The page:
For more information on this, see http://www.danielpe
It's a wonderful project, and a fitting legacy to this amazing young man.
I have spent the past several months working with Danny's mother, sister and their staff and this is a really wonderful organization that I am happy to promote through music.
So, let me know if you want to "share" some singers on this one. And, thanks so much to all of you that have already sent out this info. The response has been great!
It should be a grand event!
Tuesday, October 23, 2007
1.) The Boston Cecilia concert on Saturday went really well. I only got to hear the second half (because people come in up to 45 minutes late, yes they do, so I have to be at the ticket table and guard the doors that long) but that was gorgeous. I am always so proud when I hear Cecilia perform! I really think that their level of musicality and flexibility and expression is rare and wonderful in a chorus.
2.) Today, while walking down Beacon Street in Brookline, I saw a wild turkey. Walking down the sideway. In fact, it was chasing women. Several young women walked by at different points, and it would start following one for about a block, before giving up and then following another one. It was hilarious!
Friday, October 19, 2007
From friend AN, last April: Joshua Bell becomes a street musician - does anybody notice? A fine subject for debate with all your friends. One argument to be made is that when performing, context matters, and not in a superficial way. Another is that perhaps there are other things that go into making a world-famous violinist in addition to skill. And there's nothing wrong with that, although perhaps it's a rude awakening for the violinist.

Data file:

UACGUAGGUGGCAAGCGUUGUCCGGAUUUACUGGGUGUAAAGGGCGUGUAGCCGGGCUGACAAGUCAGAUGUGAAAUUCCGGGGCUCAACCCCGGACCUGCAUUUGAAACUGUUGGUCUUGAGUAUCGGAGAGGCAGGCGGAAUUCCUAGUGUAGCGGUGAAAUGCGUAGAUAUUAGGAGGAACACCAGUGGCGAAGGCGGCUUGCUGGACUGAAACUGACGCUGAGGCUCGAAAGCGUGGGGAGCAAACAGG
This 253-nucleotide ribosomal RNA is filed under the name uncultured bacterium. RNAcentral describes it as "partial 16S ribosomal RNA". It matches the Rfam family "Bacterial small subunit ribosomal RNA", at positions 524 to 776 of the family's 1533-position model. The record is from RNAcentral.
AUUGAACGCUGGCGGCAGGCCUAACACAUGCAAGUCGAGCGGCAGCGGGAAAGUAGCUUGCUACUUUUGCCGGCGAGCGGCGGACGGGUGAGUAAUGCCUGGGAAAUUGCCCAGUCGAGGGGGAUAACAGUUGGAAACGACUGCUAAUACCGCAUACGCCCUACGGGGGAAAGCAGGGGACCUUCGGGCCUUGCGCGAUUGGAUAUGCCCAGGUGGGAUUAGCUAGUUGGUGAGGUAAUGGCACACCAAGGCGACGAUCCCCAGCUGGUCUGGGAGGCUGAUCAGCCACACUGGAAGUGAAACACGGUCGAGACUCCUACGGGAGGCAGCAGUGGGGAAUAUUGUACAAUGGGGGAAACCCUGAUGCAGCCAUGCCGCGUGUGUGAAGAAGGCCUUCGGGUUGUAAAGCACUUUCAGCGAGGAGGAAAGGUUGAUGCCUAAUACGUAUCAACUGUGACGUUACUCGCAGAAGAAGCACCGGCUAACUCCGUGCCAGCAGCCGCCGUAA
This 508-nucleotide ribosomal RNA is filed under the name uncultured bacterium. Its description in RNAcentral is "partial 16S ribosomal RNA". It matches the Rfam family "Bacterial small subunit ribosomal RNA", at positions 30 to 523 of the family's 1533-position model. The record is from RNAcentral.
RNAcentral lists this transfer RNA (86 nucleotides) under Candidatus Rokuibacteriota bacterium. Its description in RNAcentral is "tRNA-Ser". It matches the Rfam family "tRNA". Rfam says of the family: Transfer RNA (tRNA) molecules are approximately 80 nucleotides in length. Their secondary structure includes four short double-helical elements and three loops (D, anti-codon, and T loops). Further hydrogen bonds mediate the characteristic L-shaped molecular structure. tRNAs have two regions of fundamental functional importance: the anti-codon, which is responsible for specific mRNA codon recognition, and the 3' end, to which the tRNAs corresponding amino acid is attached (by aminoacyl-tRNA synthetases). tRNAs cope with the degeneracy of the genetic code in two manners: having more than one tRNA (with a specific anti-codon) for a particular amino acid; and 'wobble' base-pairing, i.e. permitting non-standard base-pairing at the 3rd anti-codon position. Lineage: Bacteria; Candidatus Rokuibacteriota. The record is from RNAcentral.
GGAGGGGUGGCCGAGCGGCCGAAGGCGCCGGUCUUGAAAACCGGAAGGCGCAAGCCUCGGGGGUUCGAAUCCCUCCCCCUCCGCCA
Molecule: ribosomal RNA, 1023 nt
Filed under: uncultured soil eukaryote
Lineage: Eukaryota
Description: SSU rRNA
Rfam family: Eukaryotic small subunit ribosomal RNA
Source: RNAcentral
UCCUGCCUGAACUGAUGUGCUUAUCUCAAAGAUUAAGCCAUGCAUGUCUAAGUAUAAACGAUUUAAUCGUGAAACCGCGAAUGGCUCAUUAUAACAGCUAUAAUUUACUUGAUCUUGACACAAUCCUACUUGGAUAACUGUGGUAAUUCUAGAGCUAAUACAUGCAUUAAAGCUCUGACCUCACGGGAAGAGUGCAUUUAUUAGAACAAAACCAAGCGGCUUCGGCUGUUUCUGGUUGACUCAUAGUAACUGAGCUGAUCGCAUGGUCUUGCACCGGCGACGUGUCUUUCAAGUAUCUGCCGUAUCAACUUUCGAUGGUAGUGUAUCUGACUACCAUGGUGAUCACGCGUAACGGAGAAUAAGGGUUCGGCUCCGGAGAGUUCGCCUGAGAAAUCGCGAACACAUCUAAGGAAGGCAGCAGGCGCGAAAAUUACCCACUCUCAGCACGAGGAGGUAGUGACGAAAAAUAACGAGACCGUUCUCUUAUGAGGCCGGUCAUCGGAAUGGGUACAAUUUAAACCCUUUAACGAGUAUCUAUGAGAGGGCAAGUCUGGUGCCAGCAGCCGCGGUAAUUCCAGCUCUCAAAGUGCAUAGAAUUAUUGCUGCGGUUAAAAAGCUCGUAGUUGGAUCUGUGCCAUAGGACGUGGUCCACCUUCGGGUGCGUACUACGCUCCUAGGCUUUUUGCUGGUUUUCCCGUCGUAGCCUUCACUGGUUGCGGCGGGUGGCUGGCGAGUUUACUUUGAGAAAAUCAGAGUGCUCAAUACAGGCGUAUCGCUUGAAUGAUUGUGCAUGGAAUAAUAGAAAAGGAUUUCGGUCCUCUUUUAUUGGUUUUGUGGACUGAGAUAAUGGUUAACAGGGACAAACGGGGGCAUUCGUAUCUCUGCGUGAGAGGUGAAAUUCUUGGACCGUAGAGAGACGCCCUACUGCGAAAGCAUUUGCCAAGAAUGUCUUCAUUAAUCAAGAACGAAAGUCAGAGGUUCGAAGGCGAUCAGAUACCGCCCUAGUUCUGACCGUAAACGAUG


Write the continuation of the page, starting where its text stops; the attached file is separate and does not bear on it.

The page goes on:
From my dad, last April: Chanticleer commissions a composite mass. I heard a bit of this in my friend AS's car. I wasn't blown away, but as we saw above, context matters. I'd love to hear a live performance.
From MA, a counter-tenor who sang with Cappella Clausura last year, from last May: Translations of popular hymns for the hard of hearing, by the hard of hearing. Also known as The Importance of Diction.
And finally, from this month, from my dad: New chant manuscript discovered at Harvard. It's 800 years old!
Thursday, October 18, 2007
Boston choral music lovers are spoiled for choice this weekend! Here is an attempt at a comprehensive review of choral music in Boston in the next four days.
On Thursday (that's today! Start your weekend early!) the Zamir Chorale is performing at 7:30 pm at Congregation Kehillath Israel in Brookline. They are a chorus specializing in Jewish music and culture. I have never been to a concert of theirs, but via the grapevine have only heard good things. Details at their website.
On Friday at 12:15 pm, the Fridays at Trinity Lunchtime Concert will star the Choir of St. George's Chapel at Windsor Castle. More information can be found here. This concert series at Trinity is free.
On Friday at 8 pm (in downtown Boston) and again on Sunday at 3 pm (in Andover) Exsultemus is performing. They are a small professional Renaissance choir, and I recommend them highly. They will be joined by renowned local luteist Catherine Liddell (who is also playing at Cappella Clausura's next concert!) Details at their website.